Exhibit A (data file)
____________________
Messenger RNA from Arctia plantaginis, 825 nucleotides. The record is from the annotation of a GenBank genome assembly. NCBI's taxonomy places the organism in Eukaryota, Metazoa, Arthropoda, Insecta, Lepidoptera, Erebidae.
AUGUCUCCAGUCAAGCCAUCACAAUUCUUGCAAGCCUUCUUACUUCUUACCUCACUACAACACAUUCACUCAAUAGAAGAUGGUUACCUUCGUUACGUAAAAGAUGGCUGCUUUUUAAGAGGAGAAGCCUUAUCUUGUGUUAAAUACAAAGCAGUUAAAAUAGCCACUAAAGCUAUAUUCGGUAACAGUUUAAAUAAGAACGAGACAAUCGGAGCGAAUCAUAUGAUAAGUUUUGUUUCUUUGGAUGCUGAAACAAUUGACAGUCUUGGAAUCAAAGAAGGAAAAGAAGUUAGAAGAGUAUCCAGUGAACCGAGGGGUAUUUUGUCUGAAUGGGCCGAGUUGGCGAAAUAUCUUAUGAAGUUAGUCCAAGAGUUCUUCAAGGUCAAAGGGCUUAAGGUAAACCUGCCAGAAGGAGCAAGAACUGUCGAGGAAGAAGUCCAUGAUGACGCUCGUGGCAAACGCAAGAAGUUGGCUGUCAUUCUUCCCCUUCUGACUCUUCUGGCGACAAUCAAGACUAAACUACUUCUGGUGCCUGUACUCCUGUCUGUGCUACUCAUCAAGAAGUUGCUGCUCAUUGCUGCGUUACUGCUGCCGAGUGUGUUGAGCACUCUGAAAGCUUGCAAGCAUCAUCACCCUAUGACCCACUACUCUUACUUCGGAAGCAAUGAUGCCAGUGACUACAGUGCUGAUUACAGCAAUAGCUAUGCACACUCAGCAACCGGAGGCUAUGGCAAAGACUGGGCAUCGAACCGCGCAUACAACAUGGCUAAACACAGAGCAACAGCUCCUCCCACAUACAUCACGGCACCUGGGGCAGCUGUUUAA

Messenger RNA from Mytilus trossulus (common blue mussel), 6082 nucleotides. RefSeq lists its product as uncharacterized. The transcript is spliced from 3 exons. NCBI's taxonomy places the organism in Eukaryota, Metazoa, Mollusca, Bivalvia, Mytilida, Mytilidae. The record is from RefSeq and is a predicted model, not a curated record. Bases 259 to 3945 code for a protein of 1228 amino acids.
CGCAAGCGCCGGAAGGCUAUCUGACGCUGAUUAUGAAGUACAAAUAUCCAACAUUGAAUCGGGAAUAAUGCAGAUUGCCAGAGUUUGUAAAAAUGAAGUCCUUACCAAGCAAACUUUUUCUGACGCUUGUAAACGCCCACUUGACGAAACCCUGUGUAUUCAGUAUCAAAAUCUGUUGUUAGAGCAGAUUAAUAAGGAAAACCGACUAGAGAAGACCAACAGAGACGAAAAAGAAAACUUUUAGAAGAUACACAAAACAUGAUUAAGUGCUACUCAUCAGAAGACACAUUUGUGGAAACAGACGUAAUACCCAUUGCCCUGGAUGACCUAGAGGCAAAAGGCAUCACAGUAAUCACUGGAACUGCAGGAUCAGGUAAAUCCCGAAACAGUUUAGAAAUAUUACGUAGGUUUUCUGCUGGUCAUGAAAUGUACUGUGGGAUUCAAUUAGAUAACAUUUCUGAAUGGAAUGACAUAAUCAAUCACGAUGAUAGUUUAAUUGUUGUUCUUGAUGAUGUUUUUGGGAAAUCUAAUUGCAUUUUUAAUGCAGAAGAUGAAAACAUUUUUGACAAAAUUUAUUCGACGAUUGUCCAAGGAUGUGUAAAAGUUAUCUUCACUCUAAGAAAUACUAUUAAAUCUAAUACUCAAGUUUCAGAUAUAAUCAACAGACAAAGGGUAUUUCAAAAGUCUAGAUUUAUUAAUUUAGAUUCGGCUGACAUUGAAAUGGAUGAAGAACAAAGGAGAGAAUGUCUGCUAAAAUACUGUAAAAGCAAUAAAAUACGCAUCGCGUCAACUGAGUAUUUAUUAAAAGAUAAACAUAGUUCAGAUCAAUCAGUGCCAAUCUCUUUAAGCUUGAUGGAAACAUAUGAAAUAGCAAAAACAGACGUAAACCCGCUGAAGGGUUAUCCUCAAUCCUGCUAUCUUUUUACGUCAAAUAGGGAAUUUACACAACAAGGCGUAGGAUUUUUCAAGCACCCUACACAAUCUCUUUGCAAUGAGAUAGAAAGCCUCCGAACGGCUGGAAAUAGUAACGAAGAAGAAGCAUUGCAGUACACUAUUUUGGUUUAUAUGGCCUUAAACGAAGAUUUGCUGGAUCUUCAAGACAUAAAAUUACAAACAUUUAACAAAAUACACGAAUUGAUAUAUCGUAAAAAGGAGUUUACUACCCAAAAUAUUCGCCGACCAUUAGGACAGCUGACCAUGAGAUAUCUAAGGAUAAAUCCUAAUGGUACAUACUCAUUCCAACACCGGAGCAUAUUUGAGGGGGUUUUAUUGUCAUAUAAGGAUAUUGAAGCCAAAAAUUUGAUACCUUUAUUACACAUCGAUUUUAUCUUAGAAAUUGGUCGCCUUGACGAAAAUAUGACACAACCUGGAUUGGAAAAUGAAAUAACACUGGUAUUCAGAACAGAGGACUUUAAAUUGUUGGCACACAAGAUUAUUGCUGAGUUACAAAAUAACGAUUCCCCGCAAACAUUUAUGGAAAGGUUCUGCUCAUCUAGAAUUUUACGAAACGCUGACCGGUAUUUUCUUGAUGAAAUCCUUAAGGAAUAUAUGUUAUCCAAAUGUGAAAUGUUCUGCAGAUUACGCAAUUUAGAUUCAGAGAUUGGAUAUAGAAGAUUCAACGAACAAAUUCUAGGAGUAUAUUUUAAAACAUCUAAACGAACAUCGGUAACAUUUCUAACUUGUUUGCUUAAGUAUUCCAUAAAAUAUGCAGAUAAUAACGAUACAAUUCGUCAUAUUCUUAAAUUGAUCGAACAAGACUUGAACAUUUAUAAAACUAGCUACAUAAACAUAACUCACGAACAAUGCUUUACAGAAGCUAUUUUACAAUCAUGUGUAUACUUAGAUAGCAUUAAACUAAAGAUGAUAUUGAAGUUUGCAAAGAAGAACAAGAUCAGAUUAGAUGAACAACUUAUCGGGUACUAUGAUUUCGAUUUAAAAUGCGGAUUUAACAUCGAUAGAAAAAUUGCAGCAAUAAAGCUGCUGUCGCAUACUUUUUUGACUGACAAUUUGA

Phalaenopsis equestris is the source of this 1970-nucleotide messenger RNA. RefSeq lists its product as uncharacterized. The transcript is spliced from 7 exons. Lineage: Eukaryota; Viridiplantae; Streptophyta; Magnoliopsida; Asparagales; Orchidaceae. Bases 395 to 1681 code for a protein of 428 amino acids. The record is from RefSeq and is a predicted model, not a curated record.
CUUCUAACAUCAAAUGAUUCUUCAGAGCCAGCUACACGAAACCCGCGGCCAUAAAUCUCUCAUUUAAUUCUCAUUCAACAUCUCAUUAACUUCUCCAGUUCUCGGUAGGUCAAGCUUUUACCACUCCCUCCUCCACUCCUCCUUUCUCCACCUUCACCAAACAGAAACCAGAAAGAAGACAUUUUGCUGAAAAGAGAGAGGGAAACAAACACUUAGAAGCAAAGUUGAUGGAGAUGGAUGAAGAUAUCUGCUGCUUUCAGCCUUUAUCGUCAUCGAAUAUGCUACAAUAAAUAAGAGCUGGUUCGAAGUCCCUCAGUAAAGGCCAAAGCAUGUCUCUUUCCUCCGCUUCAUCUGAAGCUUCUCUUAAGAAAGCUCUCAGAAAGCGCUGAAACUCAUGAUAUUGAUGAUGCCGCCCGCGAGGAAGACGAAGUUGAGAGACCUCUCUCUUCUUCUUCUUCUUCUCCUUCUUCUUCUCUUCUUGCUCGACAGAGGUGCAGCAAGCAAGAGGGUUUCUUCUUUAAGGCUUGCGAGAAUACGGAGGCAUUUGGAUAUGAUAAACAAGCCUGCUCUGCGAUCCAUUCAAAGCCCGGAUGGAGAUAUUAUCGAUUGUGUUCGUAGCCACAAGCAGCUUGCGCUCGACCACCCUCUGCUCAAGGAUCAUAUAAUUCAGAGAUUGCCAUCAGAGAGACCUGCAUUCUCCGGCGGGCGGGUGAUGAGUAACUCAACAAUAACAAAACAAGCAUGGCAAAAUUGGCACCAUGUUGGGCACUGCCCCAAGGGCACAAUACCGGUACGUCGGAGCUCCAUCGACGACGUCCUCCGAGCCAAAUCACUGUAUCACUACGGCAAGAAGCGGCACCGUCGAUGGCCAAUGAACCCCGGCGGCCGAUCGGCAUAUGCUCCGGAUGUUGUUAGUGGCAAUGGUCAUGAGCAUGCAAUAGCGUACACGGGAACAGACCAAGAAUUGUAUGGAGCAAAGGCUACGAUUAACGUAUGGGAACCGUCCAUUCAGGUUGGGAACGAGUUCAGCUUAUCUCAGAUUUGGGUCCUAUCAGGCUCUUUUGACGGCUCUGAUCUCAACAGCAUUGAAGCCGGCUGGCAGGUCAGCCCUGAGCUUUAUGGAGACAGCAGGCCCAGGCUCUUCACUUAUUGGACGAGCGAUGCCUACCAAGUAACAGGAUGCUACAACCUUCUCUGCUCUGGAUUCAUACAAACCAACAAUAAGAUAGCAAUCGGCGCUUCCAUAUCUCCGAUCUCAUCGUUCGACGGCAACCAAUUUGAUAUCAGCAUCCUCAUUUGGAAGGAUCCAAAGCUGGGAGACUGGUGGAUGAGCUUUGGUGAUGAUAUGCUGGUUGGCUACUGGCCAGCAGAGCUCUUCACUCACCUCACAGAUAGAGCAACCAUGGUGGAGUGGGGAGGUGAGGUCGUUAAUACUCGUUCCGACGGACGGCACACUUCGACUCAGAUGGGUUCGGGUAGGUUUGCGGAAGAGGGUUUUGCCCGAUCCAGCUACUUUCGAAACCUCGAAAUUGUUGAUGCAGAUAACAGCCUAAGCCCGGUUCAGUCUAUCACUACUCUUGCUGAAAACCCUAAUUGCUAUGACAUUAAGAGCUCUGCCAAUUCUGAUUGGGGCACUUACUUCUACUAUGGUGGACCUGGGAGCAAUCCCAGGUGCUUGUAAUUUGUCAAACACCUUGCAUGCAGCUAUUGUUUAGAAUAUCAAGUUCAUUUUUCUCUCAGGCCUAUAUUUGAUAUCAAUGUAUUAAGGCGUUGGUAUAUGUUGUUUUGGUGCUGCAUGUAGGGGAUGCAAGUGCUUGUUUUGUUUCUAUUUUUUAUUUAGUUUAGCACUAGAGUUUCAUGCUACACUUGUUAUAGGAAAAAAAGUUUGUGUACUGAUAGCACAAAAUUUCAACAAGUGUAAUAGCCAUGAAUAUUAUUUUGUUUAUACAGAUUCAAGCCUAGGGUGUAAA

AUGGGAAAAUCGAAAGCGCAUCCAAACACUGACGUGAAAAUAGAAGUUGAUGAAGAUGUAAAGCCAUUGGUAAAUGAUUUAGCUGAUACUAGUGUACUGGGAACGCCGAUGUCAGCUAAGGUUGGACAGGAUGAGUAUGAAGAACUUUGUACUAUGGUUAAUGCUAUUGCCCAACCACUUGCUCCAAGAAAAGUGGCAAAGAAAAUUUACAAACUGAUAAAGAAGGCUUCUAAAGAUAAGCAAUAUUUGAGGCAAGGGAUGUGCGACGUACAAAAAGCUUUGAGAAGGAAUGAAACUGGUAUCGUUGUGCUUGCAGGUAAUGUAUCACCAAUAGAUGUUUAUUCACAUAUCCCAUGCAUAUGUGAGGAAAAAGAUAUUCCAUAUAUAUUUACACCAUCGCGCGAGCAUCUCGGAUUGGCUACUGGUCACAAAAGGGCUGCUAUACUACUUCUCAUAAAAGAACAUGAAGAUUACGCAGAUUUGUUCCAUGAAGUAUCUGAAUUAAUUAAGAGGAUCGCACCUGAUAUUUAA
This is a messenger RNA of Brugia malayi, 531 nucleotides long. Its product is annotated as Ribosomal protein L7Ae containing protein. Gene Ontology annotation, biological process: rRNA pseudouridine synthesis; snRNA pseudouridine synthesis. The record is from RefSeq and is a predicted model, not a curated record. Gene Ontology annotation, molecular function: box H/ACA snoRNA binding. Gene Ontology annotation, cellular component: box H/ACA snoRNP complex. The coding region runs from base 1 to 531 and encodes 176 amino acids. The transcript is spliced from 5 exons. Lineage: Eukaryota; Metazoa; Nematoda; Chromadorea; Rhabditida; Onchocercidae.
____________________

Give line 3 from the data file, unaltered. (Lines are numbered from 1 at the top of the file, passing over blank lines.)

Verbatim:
Messenger RNA from Mytilus trossulus (common blue mussel), 6082 nucleotides. RefSeq lists its product as uncharacterized. The transcript is spliced from 3 exons. NCBI's taxonomy places the organism in Eukaryota, Metazoa, Mollusca, Bivalvia, Mytilida, Mytilidae. The record is from RefSeq and is a predicted model, not a curated record. Bases 259 to 3945 code for a protein of 1228 amino acids.